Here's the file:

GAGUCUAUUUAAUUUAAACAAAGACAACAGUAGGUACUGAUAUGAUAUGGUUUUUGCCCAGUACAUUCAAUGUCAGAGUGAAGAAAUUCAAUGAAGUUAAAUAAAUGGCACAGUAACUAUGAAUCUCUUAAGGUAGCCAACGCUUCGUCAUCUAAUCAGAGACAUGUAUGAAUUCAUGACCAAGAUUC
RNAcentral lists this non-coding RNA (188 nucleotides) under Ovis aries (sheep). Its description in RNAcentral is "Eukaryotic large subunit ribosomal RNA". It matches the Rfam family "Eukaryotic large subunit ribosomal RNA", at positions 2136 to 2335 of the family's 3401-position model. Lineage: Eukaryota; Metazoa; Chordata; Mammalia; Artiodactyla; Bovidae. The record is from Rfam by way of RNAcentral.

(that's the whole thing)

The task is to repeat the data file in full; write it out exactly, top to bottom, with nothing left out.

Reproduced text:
GAGUCUAUUUAAUUUAAACAAAGACAACAGUAGGUACUGAUAUGAUAUGGUUUUUGCCCAGUACAUUCAAUGUCAGAGUGAAGAAAUUCAAUGAAGUUAAAUAAAUGGCACAGUAACUAUGAAUCUCUUAAGGUAGCCAACGCUUCGUCAUCUAAUCAGAGACAUGUAUGAAUUCAUGACCAAGAUUC
RNAcentral lists this non-coding RNA (188 nucleotides) under Ovis aries (sheep). Its description in RNAcentral is "Eukaryotic large subunit ribosomal RNA". It matches the Rfam family "Eukaryotic large subunit ribosomal RNA", at positions 2136 to 2335 of the family's 3401-position model. Lineage: Eukaryota; Metazoa; Chordata; Mammalia; Artiodactyla; Bovidae. The record is from Rfam by way of RNAcentral.